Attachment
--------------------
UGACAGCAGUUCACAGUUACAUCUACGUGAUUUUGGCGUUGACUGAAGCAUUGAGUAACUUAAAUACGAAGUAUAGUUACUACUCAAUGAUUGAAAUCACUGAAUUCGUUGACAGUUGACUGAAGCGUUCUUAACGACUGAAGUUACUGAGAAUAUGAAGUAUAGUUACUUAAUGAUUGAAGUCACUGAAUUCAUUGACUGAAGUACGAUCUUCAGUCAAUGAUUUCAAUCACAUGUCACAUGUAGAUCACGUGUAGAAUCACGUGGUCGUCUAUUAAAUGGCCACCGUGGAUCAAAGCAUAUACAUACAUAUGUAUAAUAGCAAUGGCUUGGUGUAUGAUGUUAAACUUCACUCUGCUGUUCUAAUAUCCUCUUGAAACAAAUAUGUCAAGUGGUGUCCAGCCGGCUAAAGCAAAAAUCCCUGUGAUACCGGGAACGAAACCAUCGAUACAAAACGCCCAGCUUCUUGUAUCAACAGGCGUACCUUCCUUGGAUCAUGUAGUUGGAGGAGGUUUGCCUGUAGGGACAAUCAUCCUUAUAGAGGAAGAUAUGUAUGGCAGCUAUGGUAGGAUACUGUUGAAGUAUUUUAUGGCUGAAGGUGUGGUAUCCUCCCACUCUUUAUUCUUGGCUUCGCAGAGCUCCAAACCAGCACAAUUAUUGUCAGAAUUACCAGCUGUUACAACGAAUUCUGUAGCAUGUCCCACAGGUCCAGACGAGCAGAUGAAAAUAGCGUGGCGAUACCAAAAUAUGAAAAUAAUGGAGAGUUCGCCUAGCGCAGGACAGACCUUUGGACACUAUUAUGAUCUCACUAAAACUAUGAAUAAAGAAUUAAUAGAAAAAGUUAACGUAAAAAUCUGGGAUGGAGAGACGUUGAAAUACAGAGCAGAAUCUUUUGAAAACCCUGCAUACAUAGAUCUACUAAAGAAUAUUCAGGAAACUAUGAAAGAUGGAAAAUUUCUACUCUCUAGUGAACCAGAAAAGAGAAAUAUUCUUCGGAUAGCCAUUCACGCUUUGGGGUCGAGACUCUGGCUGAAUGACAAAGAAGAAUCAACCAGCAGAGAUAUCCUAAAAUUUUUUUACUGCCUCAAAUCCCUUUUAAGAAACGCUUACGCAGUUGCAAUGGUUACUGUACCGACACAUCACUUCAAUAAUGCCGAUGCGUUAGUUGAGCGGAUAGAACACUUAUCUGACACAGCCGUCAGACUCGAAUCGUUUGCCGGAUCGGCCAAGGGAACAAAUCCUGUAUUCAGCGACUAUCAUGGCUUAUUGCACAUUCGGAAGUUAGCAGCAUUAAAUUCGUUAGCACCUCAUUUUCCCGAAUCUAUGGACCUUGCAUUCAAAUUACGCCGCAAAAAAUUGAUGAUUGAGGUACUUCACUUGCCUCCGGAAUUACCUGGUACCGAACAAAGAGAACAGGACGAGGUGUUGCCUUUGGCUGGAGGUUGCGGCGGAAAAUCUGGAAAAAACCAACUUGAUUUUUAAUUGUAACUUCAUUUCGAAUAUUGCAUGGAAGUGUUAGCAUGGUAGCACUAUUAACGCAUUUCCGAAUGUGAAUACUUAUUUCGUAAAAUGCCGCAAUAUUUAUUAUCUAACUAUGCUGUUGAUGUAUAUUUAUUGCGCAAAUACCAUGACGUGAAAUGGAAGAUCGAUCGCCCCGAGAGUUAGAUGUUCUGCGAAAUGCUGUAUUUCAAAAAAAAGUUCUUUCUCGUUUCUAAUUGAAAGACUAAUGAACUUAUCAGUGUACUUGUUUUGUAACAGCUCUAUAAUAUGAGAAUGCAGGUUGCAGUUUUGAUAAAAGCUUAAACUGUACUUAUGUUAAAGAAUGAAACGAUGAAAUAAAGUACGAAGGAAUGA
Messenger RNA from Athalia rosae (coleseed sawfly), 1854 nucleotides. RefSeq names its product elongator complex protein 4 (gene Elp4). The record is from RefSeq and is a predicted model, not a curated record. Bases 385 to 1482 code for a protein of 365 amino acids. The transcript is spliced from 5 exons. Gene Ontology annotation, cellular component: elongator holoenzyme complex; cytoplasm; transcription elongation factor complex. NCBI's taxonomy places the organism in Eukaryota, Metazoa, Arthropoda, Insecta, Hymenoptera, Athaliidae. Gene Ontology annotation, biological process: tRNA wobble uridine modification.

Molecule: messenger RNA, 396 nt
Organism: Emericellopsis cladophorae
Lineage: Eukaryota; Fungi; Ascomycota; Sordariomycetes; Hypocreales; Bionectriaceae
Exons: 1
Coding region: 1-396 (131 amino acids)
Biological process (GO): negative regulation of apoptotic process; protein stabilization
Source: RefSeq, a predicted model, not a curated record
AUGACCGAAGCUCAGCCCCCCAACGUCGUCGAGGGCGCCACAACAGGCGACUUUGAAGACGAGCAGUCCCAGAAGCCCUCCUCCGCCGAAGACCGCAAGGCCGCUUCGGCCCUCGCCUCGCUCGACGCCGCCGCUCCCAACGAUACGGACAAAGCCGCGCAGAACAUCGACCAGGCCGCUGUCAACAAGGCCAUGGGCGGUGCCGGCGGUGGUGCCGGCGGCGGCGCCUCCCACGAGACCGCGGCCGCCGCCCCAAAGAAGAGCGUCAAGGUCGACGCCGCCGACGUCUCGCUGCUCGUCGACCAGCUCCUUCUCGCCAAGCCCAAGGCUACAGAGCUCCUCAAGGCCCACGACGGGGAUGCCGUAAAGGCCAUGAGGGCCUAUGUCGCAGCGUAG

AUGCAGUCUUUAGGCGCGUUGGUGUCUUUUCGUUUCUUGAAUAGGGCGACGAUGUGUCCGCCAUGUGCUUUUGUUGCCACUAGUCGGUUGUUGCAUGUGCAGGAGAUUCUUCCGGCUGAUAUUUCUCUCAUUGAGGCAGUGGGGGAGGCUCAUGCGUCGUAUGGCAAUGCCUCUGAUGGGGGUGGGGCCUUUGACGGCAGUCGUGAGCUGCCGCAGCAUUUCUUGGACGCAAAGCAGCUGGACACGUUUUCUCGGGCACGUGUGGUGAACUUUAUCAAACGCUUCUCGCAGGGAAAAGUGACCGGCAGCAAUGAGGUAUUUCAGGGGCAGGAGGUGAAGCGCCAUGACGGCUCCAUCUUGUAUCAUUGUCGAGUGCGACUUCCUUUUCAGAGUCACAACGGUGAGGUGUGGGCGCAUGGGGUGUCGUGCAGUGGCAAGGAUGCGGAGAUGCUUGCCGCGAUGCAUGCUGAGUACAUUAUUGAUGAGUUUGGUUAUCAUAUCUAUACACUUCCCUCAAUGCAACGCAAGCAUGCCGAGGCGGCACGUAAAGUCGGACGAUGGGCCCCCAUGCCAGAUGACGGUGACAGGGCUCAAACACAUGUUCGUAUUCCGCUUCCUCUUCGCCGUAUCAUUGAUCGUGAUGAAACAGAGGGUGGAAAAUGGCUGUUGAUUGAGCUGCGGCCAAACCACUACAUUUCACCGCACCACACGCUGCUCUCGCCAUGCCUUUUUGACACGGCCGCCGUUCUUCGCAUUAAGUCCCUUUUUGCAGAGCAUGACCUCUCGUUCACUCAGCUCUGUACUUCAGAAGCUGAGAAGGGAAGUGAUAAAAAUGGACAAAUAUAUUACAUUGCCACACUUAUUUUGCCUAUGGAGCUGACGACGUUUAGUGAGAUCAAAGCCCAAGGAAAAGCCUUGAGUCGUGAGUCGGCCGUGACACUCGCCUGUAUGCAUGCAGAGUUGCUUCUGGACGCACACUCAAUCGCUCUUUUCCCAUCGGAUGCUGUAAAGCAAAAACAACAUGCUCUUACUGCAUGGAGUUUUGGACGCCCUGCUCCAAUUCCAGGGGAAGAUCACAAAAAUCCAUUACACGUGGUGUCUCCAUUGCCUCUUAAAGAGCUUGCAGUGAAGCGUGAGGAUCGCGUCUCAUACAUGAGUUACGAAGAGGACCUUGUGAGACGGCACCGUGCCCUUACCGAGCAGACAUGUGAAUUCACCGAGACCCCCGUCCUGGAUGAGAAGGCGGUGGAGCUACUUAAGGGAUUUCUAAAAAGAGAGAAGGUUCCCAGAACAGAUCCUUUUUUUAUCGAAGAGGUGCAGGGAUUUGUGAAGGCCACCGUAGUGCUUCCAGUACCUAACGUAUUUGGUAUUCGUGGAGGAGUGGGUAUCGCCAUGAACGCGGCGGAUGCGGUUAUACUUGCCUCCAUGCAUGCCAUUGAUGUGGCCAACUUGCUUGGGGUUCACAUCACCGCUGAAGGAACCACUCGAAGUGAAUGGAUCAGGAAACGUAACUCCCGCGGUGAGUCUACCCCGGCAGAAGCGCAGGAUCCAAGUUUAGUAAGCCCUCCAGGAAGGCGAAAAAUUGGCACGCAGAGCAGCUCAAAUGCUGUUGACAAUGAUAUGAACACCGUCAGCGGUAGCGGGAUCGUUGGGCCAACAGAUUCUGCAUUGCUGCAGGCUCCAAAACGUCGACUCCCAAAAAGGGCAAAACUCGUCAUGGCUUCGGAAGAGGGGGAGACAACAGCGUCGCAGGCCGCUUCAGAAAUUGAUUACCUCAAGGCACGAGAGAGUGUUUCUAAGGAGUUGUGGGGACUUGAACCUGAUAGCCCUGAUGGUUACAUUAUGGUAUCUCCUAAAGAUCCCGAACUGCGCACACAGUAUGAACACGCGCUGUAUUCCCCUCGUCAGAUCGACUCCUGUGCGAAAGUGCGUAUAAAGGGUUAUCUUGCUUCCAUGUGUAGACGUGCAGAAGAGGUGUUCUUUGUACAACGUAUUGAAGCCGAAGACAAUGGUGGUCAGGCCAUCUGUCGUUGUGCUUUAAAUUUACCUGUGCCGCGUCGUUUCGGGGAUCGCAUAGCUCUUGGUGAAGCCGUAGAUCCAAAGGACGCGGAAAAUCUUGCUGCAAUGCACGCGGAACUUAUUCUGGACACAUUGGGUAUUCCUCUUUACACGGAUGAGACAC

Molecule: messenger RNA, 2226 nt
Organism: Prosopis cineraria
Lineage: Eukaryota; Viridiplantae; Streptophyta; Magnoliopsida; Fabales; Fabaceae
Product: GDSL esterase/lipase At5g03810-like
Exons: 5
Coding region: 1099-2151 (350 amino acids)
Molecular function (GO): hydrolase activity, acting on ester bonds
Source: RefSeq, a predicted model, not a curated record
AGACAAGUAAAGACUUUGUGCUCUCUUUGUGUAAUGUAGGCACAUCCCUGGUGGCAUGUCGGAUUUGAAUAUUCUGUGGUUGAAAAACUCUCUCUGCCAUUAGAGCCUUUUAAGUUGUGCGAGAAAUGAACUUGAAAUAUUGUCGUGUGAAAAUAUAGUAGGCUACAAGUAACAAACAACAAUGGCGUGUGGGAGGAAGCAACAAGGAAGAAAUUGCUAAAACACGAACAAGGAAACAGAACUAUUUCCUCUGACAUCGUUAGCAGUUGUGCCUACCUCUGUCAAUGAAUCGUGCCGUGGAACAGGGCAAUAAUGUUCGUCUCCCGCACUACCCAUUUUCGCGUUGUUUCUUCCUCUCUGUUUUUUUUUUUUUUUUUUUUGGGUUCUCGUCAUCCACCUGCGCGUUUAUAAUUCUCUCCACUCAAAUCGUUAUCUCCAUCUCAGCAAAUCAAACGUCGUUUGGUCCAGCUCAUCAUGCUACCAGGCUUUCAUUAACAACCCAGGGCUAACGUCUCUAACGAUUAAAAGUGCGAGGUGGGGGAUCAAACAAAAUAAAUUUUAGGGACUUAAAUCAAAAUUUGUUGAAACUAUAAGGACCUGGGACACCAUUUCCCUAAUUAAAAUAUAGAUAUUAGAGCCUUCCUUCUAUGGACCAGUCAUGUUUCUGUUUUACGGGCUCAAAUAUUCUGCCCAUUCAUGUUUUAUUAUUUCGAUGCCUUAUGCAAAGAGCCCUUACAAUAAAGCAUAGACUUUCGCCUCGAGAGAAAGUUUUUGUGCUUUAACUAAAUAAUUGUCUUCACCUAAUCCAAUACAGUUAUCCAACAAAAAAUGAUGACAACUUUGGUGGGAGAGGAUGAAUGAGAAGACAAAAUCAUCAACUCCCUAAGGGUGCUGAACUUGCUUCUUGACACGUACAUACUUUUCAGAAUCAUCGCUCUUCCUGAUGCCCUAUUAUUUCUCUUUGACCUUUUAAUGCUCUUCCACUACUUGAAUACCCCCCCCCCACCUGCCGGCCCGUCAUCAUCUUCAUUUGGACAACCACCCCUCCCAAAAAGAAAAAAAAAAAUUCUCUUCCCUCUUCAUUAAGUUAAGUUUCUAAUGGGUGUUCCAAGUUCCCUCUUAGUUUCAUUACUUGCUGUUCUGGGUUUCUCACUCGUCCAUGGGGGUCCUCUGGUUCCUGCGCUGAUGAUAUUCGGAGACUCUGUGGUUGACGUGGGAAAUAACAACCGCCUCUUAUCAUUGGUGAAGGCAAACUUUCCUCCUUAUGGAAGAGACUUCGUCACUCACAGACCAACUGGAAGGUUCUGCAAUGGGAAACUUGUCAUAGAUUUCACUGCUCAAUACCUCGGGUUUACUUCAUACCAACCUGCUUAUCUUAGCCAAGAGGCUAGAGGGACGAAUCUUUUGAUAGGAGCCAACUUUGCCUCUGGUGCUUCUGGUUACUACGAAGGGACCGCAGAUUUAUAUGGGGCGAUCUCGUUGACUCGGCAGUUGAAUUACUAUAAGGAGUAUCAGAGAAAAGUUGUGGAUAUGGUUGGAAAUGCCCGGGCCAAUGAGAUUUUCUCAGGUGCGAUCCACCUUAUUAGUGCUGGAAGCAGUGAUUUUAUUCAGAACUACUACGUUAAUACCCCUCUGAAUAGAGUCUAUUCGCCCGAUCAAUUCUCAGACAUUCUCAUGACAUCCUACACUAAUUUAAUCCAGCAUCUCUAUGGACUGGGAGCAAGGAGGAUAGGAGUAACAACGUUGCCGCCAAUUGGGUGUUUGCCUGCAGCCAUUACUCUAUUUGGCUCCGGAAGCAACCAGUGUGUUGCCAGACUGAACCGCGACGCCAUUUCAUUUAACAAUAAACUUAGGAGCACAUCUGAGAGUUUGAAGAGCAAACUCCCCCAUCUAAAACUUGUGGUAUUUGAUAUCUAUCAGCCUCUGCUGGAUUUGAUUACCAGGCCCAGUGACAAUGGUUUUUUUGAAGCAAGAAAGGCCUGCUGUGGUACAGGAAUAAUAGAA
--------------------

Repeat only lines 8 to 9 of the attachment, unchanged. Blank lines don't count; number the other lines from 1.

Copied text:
Biological process (GO): negative regulation of apoptotic process; protein stabilization
Source: RefSeq, a predicted model, not a curated record